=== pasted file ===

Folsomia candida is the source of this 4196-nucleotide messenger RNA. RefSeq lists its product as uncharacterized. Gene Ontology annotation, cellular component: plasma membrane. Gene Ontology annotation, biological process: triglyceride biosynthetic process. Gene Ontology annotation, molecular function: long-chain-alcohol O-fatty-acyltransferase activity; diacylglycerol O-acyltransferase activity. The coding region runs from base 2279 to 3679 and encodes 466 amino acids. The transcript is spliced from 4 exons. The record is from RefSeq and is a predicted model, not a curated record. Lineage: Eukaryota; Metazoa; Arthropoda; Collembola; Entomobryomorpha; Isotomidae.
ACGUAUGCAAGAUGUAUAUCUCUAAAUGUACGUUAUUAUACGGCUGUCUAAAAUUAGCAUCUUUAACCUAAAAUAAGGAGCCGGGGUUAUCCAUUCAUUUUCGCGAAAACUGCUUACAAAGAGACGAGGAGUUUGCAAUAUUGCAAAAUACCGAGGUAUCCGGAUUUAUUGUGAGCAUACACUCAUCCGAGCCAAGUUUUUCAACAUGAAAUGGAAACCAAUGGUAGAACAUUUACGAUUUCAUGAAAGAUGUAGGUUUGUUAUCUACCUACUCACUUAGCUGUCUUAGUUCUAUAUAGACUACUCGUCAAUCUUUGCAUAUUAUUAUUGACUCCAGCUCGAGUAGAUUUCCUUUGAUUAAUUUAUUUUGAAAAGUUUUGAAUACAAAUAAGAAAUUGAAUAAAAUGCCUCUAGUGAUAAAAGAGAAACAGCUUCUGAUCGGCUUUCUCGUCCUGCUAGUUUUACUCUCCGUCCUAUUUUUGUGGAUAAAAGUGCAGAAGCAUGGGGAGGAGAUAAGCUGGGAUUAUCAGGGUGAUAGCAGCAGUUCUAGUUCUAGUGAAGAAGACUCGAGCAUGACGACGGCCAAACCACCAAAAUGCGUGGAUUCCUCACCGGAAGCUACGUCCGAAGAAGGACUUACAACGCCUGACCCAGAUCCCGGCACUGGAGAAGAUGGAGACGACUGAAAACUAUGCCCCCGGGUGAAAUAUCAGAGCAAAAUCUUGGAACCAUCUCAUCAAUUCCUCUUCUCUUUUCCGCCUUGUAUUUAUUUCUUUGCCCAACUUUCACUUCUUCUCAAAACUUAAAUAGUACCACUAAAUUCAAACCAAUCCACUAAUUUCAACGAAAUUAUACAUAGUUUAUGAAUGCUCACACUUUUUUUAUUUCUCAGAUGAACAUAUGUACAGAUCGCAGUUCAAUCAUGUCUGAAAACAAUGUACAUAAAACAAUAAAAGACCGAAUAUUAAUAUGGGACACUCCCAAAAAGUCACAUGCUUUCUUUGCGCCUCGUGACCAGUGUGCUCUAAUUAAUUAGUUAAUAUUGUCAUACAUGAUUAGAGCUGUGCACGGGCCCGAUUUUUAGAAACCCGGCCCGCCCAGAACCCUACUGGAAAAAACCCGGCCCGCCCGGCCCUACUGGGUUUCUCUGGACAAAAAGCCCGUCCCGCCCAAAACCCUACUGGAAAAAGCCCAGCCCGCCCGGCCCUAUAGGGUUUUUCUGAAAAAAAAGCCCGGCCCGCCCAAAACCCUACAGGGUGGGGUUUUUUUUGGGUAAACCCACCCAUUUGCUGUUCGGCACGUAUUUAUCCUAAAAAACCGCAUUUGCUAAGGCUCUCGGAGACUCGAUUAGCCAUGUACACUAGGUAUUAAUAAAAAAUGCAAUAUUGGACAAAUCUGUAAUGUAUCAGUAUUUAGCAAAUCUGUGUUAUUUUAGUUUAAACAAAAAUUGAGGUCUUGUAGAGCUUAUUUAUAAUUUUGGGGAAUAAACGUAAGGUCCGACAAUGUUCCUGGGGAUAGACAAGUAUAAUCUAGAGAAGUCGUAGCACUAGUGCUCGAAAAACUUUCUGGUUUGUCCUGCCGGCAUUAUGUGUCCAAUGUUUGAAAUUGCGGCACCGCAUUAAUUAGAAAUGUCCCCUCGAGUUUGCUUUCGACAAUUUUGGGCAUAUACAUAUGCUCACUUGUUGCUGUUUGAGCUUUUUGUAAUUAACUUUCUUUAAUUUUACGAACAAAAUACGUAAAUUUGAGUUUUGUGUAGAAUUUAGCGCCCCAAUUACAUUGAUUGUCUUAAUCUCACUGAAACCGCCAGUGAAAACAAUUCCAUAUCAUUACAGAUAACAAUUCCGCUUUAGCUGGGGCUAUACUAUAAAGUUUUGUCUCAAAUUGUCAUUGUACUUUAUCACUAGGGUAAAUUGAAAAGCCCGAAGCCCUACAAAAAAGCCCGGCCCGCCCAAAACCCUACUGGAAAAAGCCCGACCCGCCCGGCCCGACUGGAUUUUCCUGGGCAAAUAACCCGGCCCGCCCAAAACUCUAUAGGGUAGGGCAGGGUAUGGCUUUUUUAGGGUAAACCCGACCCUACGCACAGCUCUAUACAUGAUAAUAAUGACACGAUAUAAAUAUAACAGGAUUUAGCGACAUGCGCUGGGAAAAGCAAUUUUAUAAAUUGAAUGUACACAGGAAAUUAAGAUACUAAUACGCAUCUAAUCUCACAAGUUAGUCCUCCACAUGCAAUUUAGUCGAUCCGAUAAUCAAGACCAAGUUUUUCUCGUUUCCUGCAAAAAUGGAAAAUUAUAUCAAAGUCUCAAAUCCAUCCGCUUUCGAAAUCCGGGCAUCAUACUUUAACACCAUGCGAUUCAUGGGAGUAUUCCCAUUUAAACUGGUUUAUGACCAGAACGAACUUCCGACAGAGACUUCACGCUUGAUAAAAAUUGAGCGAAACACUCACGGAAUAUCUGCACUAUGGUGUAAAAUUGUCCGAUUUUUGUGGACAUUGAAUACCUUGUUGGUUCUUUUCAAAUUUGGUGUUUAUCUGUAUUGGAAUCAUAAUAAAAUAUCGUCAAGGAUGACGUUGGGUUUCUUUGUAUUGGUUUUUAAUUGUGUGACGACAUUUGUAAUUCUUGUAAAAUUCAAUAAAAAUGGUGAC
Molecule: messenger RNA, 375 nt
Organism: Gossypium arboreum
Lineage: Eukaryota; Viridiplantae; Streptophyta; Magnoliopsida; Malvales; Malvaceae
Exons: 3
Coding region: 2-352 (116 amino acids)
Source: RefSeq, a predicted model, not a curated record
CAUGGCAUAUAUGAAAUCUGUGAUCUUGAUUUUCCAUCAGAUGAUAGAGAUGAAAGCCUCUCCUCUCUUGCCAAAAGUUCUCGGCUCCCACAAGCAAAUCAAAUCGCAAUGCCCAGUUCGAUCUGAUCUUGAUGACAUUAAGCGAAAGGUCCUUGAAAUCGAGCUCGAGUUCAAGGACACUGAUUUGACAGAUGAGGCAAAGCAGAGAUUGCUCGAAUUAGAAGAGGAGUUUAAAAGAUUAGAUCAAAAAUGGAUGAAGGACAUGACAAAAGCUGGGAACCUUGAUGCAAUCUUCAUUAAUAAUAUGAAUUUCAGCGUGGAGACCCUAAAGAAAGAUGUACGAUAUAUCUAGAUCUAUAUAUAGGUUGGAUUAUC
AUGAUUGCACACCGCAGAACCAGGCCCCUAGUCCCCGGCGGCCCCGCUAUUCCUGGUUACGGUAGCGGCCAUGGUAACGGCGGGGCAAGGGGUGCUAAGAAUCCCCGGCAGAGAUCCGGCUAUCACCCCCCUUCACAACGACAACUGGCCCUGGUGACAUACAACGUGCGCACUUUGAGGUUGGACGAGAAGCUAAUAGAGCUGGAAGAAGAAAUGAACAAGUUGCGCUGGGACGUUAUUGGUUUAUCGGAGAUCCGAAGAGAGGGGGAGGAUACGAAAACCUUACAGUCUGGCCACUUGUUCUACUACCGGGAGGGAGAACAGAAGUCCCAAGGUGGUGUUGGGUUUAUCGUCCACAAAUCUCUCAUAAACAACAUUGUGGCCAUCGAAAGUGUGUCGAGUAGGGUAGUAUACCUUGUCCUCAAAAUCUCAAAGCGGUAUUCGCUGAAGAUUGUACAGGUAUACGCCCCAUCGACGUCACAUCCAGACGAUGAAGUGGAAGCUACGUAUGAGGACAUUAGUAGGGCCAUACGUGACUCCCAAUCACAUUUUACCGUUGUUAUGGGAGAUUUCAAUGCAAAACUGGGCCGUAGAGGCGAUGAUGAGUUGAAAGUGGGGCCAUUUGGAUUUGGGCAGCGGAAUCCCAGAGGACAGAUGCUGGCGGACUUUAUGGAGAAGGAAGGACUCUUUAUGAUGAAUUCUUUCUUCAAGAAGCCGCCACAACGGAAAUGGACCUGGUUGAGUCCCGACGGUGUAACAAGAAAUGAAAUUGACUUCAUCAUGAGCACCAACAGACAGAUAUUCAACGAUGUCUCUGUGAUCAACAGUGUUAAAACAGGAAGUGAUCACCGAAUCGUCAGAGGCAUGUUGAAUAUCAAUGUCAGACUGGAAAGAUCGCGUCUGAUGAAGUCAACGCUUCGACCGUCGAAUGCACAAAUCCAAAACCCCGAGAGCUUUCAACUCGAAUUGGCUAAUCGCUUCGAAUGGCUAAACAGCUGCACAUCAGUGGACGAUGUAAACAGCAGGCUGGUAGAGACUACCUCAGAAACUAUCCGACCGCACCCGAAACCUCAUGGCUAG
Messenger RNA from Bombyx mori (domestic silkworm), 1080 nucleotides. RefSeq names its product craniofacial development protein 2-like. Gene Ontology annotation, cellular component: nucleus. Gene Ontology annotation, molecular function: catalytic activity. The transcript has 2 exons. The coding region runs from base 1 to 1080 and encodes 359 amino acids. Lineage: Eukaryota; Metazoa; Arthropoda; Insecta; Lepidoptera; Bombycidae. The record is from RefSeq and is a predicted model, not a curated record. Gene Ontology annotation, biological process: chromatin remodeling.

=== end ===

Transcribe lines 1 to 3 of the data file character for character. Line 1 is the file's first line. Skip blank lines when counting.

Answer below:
Folsomia candida is the source of this 4196-nucleotide messenger RNA. RefSeq lists its product as uncharacterized. Gene Ontology annotation, cellular component: plasma membrane. Gene Ontology annotation, biological process: triglyceride biosynthetic process. Gene Ontology annotation, molecular function: long-chain-alcohol O-fatty-acyltransferase activity; diacylglycerol O-acyltransferase activity. The coding region runs from base 2279 to 3679 and encodes 466 amino acids. The transcript is spliced from 4 exons. The record is from RefSeq and is a predicted model, not a curated record. Lineage: Eukaryota; Metazoa; Arthropoda; Collembola; Entomobryomorpha; Isotomidae.
ACGUAUGCAAGAUGUAUAUCUCUAAAUGUACGUUAUUAUACGGCUGUCUAAAAUUAGCAUCUUUAACCUAAAAUAAGGAGCCGGGGUUAUCCAUUCAUUUUCGCGAAAACUGCUUACAAAGAGACGAGGAGUUUGCAAUAUUGCAAAAUACCGAGGUAUCCGGAUUUAUUGUGAGCAUACACUCAUCCGAGCCAAGUUUUUCAACAUGAAAUGGAAACCAAUGGUAGAACAUUUACGAUUUCAUGAAAGAUGUAGGUUUGUUAUCUACCUACUCACUUAGCUGUCUUAGUUCUAUAUAGACUACUCGUCAAUCUUUGCAUAUUAUUAUUGACUCCAGCUCGAGUAGAUUUCCUUUGAUUAAUUUAUUUUGAAAAGUUUUGAAUACAAAUAAGAAAUUGAAUAAAAUGCCUCUAGUGAUAAAAGAGAAACAGCUUCUGAUCGGCUUUCUCGUCCUGCUAGUUUUACUCUCCGUCCUAUUUUUGUGGAUAAAAGUGCAGAAGCAUGGGGAGGAGAUAAGCUGGGAUUAUCAGGGUGAUAGCAGCAGUUCUAGUUCUAGUGAAGAAGACUCGAGCAUGACGACGGCCAAACCACCAAAAUGCGUGGAUUCCUCACCGGAAGCUACGUCCGAAGAAGGACUUACAACGCCUGACCCAGAUCCCGGCACUGGAGAAGAUGGAGACGACUGAAAACUAUGCCCCCGGGUGAAAUAUCAGAGCAAAAUCUUGGAACCAUCUCAUCAAUUCCUCUUCUCUUUUCCGCCUUGUAUUUAUUUCUUUGCCCAACUUUCACUUCUUCUCAAAACUUAAAUAGUACCACUAAAUUCAAACCAAUCCACUAAUUUCAACGAAAUUAUACAUAGUUUAUGAAUGCUCACACUUUUUUUAUUUCUCAGAUGAACAUAUGUACAGAUCGCAGUUCAAUCAUGUCUGAAAACAAUGUACAUAAAACAAUAAAAGACCGAAUAUUAAUAUGGGACACUCCCAAAAAGUCACAUGCUUUCUUUGCGCCUCGUGACCAGUGUGCUCUAAUUAAUUAGUUAAUAUUGUCAUACAUGAUUAGAGCUGUGCACGGGCCCGAUUUUUAGAAACCCGGCCCGCCCAGAACCCUACUGGAAAAAACCCGGCCCGCCCGGCCCUACUGGGUUUCUCUGGACAAAAAGCCCGUCCCGCCCAAAACCCUACUGGAAAAAGCCCAGCCCGCCCGGCCCUAUAGGGUUUUUCUGAAAAAAAAGCCCGGCCCGCCCAAAACCCUACAGGGUGGGGUUUUUUUUGGGUAAACCCACCCAUUUGCUGUUCGGCACGUAUUUAUCCUAAAAAACCGCAUUUGCUAAGGCUCUCGGAGACUCGAUUAGCCAUGUACACUAGGUAUUAAUAAAAAAUGCAAUAUUGGACAAAUCUGUAAUGUAUCAGUAUUUAGCAAAUCUGUGUUAUUUUAGUUUAAACAAAAAUUGAGGUCUUGUAGAGCUUAUUUAUAAUUUUGGGGAAUAAACGUAAGGUCCGACAAUGUUCCUGGGGAUAGACAAGUAUAAUCUAGAGAAGUCGUAGCACUAGUGCUCGAAAAACUUUCUGGUUUGUCCUGCCGGCAUUAUGUGUCCAAUGUUUGAAAUUGCGGCACCGCAUUAAUUAGAAAUGUCCCCUCGAGUUUGCUUUCGACAAUUUUGGGCAUAUACAUAUGCUCACUUGUUGCUGUUUGAGCUUUUUGUAAUUAACUUUCUUUAAUUUUACGAACAAAAUACGUAAAUUUGAGUUUUGUGUAGAAUUUAGCGCCCCAAUUACAUUGAUUGUCUUAAUCUCACUGAAACCGCCAGUGAAAACAAUUCCAUAUCAUUACAGAUAACAAUUCCGCUUUAGCUGGGGCUAUACUAUAAAGUUUUGUCUCAAAUUGUCAUUGUACUUUAUCACUAGGGUAAAUUGAAAAGCCCGAAGCCCUACAAAAAAGCCCGGCCCGCCCAAAACCCUACUGGAAAAAGCCCGACCCGCCCGGCCCGACUGGAUUUUCCUGGGCAAAUAACCCGGCCCGCCCAAAACUCUAUAGGGUAGGGCAGGGUAUGGCUUUUUUAGGGUAAACCCGACCCUACGCACAGCUCUAUACAUGAUAAUAAUGACACGAUAUAAAUAUAACAGGAUUUAGCGACAUGCGCUGGGAAAAGCAAUUUUAUAAAUUGAAUGUACACAGGAAAUUAAGAUACUAAUACGCAUCUAAUCUCACAAGUUAGUCCUCCACAUGCAAUUUAGUCGAUCCGAUAAUCAAGACCAAGUUUUUCUCGUUUCCUGCAAAAAUGGAAAAUUAUAUCAAAGUCUCAAAUCCAUCCGCUUUCGAAAUCCGGGCAUCAUACUUUAACACCAUGCGAUUCAUGGGAGUAUUCCCAUUUAAACUGGUUUAUGACCAGAACGAACUUCCGACAGAGACUUCACGCUUGAUAAAAAUUGAGCGAAACACUCACGGAAUAUCUGCACUAUGGUGUAAAAUUGUCCGAUUUUUGUGGACAUUGAAUACCUUGUUGGUUCUUUUCAAAUUUGGUGUUUAUCUGUAUUGGAAUCAUAAUAAAAUAUCGUCAAGGAUGACGUUGGGUUUCUUUGUAUUGGUUUUUAAUUGUGUGACGACAUUUGUAAUUCUUGUAAAAUUCAAUAAAAAUGGUGAC
Molecule: messenger RNA, 375 nt